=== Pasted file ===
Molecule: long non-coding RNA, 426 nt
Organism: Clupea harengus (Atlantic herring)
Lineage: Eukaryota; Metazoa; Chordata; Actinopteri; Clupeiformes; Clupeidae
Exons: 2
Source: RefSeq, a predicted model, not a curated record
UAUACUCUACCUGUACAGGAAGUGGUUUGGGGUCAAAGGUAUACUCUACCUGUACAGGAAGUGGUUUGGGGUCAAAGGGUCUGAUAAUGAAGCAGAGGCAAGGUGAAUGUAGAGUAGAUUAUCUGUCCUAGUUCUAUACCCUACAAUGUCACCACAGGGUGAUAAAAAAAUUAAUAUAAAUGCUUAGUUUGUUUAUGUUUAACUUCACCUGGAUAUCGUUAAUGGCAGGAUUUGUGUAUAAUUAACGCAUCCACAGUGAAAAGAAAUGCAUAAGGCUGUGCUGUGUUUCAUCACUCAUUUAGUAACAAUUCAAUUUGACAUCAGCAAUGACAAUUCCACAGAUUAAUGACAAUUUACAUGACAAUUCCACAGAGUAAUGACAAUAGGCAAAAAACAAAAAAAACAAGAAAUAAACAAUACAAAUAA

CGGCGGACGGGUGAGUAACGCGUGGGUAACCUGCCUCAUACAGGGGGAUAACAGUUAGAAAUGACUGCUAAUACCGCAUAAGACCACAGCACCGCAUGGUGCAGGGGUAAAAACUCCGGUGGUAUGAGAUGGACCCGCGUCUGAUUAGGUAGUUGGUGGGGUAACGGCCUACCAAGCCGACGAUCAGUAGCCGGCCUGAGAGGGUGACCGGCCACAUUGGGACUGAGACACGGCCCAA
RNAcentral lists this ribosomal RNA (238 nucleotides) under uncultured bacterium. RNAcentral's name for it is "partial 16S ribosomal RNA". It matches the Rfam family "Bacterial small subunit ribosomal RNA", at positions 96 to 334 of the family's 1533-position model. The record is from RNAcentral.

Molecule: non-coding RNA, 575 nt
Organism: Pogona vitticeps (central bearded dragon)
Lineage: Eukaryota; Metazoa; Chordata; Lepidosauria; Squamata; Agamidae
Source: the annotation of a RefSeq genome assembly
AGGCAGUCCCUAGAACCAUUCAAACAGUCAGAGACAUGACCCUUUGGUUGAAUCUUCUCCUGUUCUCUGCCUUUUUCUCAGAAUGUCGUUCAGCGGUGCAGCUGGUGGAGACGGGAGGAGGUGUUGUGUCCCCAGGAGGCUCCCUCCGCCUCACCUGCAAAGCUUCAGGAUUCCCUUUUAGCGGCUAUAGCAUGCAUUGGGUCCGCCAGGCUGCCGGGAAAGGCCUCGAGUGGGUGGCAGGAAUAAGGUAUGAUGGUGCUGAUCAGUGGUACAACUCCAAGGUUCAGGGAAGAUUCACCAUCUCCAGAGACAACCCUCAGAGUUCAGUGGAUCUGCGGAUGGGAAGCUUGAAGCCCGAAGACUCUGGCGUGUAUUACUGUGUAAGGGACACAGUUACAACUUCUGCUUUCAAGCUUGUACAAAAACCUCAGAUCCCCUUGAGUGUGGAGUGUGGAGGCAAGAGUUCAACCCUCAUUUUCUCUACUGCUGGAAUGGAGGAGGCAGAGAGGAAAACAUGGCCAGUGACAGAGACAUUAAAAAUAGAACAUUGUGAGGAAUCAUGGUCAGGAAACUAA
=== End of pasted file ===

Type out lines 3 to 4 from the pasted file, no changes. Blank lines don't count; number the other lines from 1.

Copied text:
Lineage: Eukaryota; Metazoa; Chordata; Actinopteri; Clupeiformes; Clupeidae
Exons: 2